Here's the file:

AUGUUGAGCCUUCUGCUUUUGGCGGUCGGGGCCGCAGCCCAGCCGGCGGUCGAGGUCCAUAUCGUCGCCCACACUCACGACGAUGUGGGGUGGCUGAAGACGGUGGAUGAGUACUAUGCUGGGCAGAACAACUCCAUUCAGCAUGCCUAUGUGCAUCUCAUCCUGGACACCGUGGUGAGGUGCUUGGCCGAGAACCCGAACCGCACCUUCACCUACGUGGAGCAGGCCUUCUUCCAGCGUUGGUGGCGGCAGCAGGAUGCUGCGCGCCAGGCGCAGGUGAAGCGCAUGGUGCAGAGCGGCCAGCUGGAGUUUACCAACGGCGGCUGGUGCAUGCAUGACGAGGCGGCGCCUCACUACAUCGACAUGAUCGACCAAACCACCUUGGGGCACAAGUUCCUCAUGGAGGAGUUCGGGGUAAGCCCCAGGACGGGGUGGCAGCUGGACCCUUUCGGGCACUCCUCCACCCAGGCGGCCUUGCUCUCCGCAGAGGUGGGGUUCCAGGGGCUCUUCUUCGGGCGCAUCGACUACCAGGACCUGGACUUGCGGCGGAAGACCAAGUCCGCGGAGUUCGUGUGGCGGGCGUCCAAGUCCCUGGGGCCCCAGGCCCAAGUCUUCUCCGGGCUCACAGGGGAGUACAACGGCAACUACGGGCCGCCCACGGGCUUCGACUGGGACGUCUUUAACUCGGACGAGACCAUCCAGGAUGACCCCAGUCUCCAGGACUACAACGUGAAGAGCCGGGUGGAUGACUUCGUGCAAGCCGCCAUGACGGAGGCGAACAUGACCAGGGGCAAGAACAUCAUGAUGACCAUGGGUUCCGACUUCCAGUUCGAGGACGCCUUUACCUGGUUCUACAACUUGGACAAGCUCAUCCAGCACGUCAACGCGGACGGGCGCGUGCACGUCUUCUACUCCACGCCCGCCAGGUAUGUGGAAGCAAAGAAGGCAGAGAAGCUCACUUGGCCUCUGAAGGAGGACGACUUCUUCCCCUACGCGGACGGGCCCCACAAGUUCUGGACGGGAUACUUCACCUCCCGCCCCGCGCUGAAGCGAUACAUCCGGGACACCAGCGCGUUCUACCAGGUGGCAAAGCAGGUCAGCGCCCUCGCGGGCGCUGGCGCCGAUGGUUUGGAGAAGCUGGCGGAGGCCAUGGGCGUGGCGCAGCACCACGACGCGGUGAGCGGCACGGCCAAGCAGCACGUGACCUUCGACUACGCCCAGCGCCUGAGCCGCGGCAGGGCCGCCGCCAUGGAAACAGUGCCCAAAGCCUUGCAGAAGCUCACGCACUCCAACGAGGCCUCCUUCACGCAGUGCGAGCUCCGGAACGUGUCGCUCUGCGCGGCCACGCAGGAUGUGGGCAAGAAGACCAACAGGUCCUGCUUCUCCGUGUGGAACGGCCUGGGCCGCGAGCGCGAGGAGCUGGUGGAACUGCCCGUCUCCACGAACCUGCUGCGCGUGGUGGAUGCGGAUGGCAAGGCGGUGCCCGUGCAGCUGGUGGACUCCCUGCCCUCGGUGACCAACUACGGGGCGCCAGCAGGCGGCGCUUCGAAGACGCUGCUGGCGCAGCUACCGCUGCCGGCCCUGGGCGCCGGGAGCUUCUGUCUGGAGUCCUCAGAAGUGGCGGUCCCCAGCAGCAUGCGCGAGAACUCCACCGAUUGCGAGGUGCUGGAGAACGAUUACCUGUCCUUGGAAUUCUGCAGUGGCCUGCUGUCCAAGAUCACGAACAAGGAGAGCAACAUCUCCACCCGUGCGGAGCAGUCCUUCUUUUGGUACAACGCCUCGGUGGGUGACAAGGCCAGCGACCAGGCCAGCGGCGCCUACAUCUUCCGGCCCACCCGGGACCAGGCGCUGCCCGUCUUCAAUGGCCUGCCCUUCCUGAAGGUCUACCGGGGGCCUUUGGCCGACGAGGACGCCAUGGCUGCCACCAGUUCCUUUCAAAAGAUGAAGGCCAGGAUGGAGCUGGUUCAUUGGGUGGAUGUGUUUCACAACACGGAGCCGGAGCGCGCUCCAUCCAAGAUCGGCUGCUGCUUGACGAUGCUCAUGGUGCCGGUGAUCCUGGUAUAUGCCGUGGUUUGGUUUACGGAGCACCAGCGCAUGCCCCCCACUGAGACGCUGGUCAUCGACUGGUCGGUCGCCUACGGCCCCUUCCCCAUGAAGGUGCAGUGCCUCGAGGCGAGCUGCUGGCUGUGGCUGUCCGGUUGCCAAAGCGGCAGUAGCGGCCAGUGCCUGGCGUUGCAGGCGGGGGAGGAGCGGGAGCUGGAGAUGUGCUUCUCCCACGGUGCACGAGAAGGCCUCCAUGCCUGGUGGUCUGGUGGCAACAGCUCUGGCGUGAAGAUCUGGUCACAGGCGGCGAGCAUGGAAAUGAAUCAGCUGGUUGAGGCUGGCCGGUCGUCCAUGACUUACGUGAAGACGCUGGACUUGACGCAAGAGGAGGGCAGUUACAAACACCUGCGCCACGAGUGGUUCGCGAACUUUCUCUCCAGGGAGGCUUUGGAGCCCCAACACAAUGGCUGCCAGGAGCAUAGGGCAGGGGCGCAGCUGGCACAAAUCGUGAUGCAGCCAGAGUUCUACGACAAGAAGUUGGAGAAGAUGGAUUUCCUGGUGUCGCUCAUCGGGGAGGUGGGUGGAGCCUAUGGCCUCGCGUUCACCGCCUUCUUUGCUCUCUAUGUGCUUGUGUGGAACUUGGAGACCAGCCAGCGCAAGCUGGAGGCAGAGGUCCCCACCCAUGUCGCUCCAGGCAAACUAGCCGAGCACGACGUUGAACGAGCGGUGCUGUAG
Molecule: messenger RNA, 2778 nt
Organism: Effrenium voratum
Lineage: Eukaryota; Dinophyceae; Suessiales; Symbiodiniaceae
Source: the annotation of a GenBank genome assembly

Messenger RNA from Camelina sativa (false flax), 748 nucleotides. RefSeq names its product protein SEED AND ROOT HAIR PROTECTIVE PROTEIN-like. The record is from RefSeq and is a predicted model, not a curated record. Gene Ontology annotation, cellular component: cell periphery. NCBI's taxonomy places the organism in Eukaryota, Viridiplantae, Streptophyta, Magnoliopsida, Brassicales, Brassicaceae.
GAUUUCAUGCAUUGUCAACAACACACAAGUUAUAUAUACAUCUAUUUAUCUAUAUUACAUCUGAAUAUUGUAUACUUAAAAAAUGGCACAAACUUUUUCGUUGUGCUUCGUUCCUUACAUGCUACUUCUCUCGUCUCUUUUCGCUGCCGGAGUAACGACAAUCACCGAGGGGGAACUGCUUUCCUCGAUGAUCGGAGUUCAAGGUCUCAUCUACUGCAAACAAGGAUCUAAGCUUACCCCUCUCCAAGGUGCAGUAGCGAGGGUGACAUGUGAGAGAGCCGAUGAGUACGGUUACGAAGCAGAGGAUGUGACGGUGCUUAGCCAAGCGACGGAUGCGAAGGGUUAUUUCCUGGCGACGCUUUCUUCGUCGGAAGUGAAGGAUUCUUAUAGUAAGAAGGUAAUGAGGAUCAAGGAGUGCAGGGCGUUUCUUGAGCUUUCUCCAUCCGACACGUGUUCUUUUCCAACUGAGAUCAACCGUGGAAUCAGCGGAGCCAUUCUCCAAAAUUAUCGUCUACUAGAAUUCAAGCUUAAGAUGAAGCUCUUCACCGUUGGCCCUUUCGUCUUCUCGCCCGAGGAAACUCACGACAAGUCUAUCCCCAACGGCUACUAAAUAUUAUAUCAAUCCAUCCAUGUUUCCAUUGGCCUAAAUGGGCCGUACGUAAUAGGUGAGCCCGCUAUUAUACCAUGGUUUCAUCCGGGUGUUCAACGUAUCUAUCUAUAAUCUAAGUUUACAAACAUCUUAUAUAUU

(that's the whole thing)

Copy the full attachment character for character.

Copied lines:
AUGUUGAGCCUUCUGCUUUUGGCGGUCGGGGCCGCAGCCCAGCCGGCGGUCGAGGUCCAUAUCGUCGCCCACACUCACGACGAUGUGGGGUGGCUGAAGACGGUGGAUGAGUACUAUGCUGGGCAGAACAACUCCAUUCAGCAUGCCUAUGUGCAUCUCAUCCUGGACACCGUGGUGAGGUGCUUGGCCGAGAACCCGAACCGCACCUUCACCUACGUGGAGCAGGCCUUCUUCCAGCGUUGGUGGCGGCAGCAGGAUGCUGCGCGCCAGGCGCAGGUGAAGCGCAUGGUGCAGAGCGGCCAGCUGGAGUUUACCAACGGCGGCUGGUGCAUGCAUGACGAGGCGGCGCCUCACUACAUCGACAUGAUCGACCAAACCACCUUGGGGCACAAGUUCCUCAUGGAGGAGUUCGGGGUAAGCCCCAGGACGGGGUGGCAGCUGGACCCUUUCGGGCACUCCUCCACCCAGGCGGCCUUGCUCUCCGCAGAGGUGGGGUUCCAGGGGCUCUUCUUCGGGCGCAUCGACUACCAGGACCUGGACUUGCGGCGGAAGACCAAGUCCGCGGAGUUCGUGUGGCGGGCGUCCAAGUCCCUGGGGCCCCAGGCCCAAGUCUUCUCCGGGCUCACAGGGGAGUACAACGGCAACUACGGGCCGCCCACGGGCUUCGACUGGGACGUCUUUAACUCGGACGAGACCAUCCAGGAUGACCCCAGUCUCCAGGACUACAACGUGAAGAGCCGGGUGGAUGACUUCGUGCAAGCCGCCAUGACGGAGGCGAACAUGACCAGGGGCAAGAACAUCAUGAUGACCAUGGGUUCCGACUUCCAGUUCGAGGACGCCUUUACCUGGUUCUACAACUUGGACAAGCUCAUCCAGCACGUCAACGCGGACGGGCGCGUGCACGUCUUCUACUCCACGCCCGCCAGGUAUGUGGAAGCAAAGAAGGCAGAGAAGCUCACUUGGCCUCUGAAGGAGGACGACUUCUUCCCCUACGCGGACGGGCCCCACAAGUUCUGGACGGGAUACUUCACCUCCCGCCCCGCGCUGAAGCGAUACAUCCGGGACACCAGCGCGUUCUACCAGGUGGCAAAGCAGGUCAGCGCCCUCGCGGGCGCUGGCGCCGAUGGUUUGGAGAAGCUGGCGGAGGCCAUGGGCGUGGCGCAGCACCACGACGCGGUGAGCGGCACGGCCAAGCAGCACGUGACCUUCGACUACGCCCAGCGCCUGAGCCGCGGCAGGGCCGCCGCCAUGGAAACAGUGCCCAAAGCCUUGCAGAAGCUCACGCACUCCAACGAGGCCUCCUUCACGCAGUGCGAGCUCCGGAACGUGUCGCUCUGCGCGGCCACGCAGGAUGUGGGCAAGAAGACCAACAGGUCCUGCUUCUCCGUGUGGAACGGCCUGGGCCGCGAGCGCGAGGAGCUGGUGGAACUGCCCGUCUCCACGAACCUGCUGCGCGUGGUGGAUGCGGAUGGCAAGGCGGUGCCCGUGCAGCUGGUGGACUCCCUGCCCUCGGUGACCAACUACGGGGCGCCAGCAGGCGGCGCUUCGAAGACGCUGCUGGCGCAGCUACCGCUGCCGGCCCUGGGCGCCGGGAGCUUCUGUCUGGAGUCCUCAGAAGUGGCGGUCCCCAGCAGCAUGCGCGAGAACUCCACCGAUUGCGAGGUGCUGGAGAACGAUUACCUGUCCUUGGAAUUCUGCAGUGGCCUGCUGUCCAAGAUCACGAACAAGGAGAGCAACAUCUCCACCCGUGCGGAGCAGUCCUUCUUUUGGUACAACGCCUCGGUGGGUGACAAGGCCAGCGACCAGGCCAGCGGCGCCUACAUCUUCCGGCCCACCCGGGACCAGGCGCUGCCCGUCUUCAAUGGCCUGCCCUUCCUGAAGGUCUACCGGGGGCCUUUGGCCGACGAGGACGCCAUGGCUGCCACCAGUUCCUUUCAAAAGAUGAAGGCCAGGAUGGAGCUGGUUCAUUGGGUGGAUGUGUUUCACAACACGGAGCCGGAGCGCGCUCCAUCCAAGAUCGGCUGCUGCUUGACGAUGCUCAUGGUGCCGGUGAUCCUGGUAUAUGCCGUGGUUUGGUUUACGGAGCACCAGCGCAUGCCCCCCACUGAGACGCUGGUCAUCGACUGGUCGGUCGCCUACGGCCCCUUCCCCAUGAAGGUGCAGUGCCUCGAGGCGAGCUGCUGGCUGUGGCUGUCCGGUUGCCAAAGCGGCAGUAGCGGCCAGUGCCUGGCGUUGCAGGCGGGGGAGGAGCGGGAGCUGGAGAUGUGCUUCUCCCACGGUGCACGAGAAGGCCUCCAUGCCUGGUGGUCUGGUGGCAACAGCUCUGGCGUGAAGAUCUGGUCACAGGCGGCGAGCAUGGAAAUGAAUCAGCUGGUUGAGGCUGGCCGGUCGUCCAUGACUUACGUGAAGACGCUGGACUUGACGCAAGAGGAGGGCAGUUACAAACACCUGCGCCACGAGUGGUUCGCGAACUUUCUCUCCAGGGAGGCUUUGGAGCCCCAACACAAUGGCUGCCAGGAGCAUAGGGCAGGGGCGCAGCUGGCACAAAUCGUGAUGCAGCCAGAGUUCUACGACAAGAAGUUGGAGAAGAUGGAUUUCCUGGUGUCGCUCAUCGGGGAGGUGGGUGGAGCCUAUGGCCUCGCGUUCACCGCCUUCUUUGCUCUCUAUGUGCUUGUGUGGAACUUGGAGACCAGCCAGCGCAAGCUGGAGGCAGAGGUCCCCACCCAUGUCGCUCCAGGCAAACUAGCCGAGCACGACGUUGAACGAGCGGUGCUGUAG
Molecule: messenger RNA, 2778 nt
Organism: Effrenium voratum
Lineage: Eukaryota; Dinophyceae; Suessiales; Symbiodiniaceae
Source: the annotation of a GenBank genome assembly

Messenger RNA from Camelina sativa (false flax), 748 nucleotides. RefSeq names its product protein SEED AND ROOT HAIR PROTECTIVE PROTEIN-like. The record is from RefSeq and is a predicted model, not a curated record. Gene Ontology annotation, cellular component: cell periphery. NCBI's taxonomy places the organism in Eukaryota, Viridiplantae, Streptophyta, Magnoliopsida, Brassicales, Brassicaceae.
GAUUUCAUGCAUUGUCAACAACACACAAGUUAUAUAUACAUCUAUUUAUCUAUAUUACAUCUGAAUAUUGUAUACUUAAAAAAUGGCACAAACUUUUUCGUUGUGCUUCGUUCCUUACAUGCUACUUCUCUCGUCUCUUUUCGCUGCCGGAGUAACGACAAUCACCGAGGGGGAACUGCUUUCCUCGAUGAUCGGAGUUCAAGGUCUCAUCUACUGCAAACAAGGAUCUAAGCUUACCCCUCUCCAAGGUGCAGUAGCGAGGGUGACAUGUGAGAGAGCCGAUGAGUACGGUUACGAAGCAGAGGAUGUGACGGUGCUUAGCCAAGCGACGGAUGCGAAGGGUUAUUUCCUGGCGACGCUUUCUUCGUCGGAAGUGAAGGAUUCUUAUAGUAAGAAGGUAAUGAGGAUCAAGGAGUGCAGGGCGUUUCUUGAGCUUUCUCCAUCCGACACGUGUUCUUUUCCAACUGAGAUCAACCGUGGAAUCAGCGGAGCCAUUCUCCAAAAUUAUCGUCUACUAGAAUUCAAGCUUAAGAUGAAGCUCUUCACCGUUGGCCCUUUCGUCUUCUCGCCCGAGGAAACUCACGACAAGUCUAUCCCCAACGGCUACUAAAUAUUAUAUCAAUCCAUCCAUGUUUCCAUUGGCCUAAAUGGGCCGUACGUAAUAGGUGAGCCCGCUAUUAUACCAUGGUUUCAUCCGGGUGUUCAACGUAUCUAUCUAUAAUCUAAGUUUACAAACAUCUUAUAUAUU